By Mark Hackett
Can fixed income rally during inflation and interest rate regime change?
After decades of low inflation and interest rates, we are facing a global macroeconomic shift; what we consider regime change. Heightened geopolitical tensions, deglobalization, steep inflation, and a course-reset in the Fed’s monetary policy have created uncertainty in the markets and caused many of us to question long-held investment beliefs.
The era of easy money might very well be gone. But fixed income isn’t. In fact, after a rough 2022, where the bond market plummeted and coupon income failed to offset the price drops, yields in fixed income are above dividend yields for the first time in years. As I write in our latest white paper, investors might no longer need to look for riskier investments to achieve their target returns.
With credit curves flat, there is also no need to acquire longer-maturity corporates with high spread sensitivity. The focus should be on the short end of investment grade credit, with its low vulnerability to price swings and high levels of income.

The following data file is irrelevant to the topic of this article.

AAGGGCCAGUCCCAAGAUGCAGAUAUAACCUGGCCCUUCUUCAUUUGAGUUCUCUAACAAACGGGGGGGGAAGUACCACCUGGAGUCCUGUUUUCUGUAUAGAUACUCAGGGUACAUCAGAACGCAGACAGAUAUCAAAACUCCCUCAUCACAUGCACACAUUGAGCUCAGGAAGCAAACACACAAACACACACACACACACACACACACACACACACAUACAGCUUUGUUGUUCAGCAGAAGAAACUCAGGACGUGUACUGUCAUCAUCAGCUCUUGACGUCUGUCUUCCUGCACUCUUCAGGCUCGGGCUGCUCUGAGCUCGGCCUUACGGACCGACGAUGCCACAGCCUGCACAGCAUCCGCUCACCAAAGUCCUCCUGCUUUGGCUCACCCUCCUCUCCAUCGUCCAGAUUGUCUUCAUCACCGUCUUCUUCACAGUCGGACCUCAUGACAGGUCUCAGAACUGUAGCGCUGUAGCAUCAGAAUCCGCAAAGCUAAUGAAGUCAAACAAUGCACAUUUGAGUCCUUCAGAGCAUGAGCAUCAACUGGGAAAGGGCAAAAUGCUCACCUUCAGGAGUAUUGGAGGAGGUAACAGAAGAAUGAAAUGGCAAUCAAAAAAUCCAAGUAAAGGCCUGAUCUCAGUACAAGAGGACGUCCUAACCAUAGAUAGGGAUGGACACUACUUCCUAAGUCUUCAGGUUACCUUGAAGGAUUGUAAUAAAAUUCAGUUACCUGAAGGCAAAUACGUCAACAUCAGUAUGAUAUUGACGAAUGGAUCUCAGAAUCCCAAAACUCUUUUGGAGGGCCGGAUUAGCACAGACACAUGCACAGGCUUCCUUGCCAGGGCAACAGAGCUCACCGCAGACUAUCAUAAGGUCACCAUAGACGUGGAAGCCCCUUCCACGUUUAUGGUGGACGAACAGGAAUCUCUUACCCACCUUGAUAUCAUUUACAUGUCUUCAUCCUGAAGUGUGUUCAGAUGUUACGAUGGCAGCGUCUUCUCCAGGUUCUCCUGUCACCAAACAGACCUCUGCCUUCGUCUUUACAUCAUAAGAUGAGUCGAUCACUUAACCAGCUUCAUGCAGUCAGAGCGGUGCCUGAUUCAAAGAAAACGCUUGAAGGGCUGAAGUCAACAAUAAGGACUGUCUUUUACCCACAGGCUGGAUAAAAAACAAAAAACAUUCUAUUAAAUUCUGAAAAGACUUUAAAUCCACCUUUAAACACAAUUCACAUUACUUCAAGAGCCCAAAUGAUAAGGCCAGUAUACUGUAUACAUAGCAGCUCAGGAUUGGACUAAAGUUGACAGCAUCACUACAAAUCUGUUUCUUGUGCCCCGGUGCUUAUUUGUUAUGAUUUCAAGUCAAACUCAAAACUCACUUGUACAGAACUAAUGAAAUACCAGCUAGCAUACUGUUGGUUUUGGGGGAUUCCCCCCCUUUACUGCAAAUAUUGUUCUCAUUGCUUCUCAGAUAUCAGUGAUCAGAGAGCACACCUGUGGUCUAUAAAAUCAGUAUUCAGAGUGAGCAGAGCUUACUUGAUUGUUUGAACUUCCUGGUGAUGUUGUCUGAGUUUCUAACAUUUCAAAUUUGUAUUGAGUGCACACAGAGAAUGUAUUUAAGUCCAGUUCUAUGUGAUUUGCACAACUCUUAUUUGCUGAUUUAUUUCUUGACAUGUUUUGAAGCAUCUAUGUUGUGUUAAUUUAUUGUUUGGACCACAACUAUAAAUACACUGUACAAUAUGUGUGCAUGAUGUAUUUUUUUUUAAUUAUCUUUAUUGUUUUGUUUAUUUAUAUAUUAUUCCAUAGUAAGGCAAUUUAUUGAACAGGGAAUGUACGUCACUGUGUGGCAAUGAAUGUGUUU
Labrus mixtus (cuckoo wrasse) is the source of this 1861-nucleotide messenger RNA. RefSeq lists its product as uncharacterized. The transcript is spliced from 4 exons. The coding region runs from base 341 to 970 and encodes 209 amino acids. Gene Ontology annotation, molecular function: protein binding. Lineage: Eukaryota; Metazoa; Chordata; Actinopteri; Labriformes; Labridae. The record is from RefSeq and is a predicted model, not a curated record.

The 60/40 portfolio had its worst year in decades in 2022, with stocks and bonds declining in tandem for the first time in 45 years. However, positive correlations tend to be associated with periods of higher inflation because of inflation’s impact on short-term interest rates. As inflation and rates start to normalize, we expect a return to a more average correlation. Higher yields should allow bonds to resume their role as stable, low-risk income sources for investors. Since higher-than-average gains usually follow negative returns, the losses of 2022 might very well provide an excellent setup for potential opportunities this year.
Of course, there are still risks to consider. In the face of a slowing economy and even a potential recession, we should be wary of assuming excessive credit risk. Going forward, quality and prudent credit selection are key.
Uncertainty may linger as the markets adjust to a new era of high real rates. However, there are reasons to be optimistic about fixed income. Inflation has slowed. The Fed rate hikes will likely peak in 2023. And higher yields and the threat of even a recession may entice investors to return to bonds in pursuit of relative safety and income.
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This material is not a recommendation to buy or sell a financial product or to adopt an investment strategy. Investors should discuss their specific situation with their financial professional.
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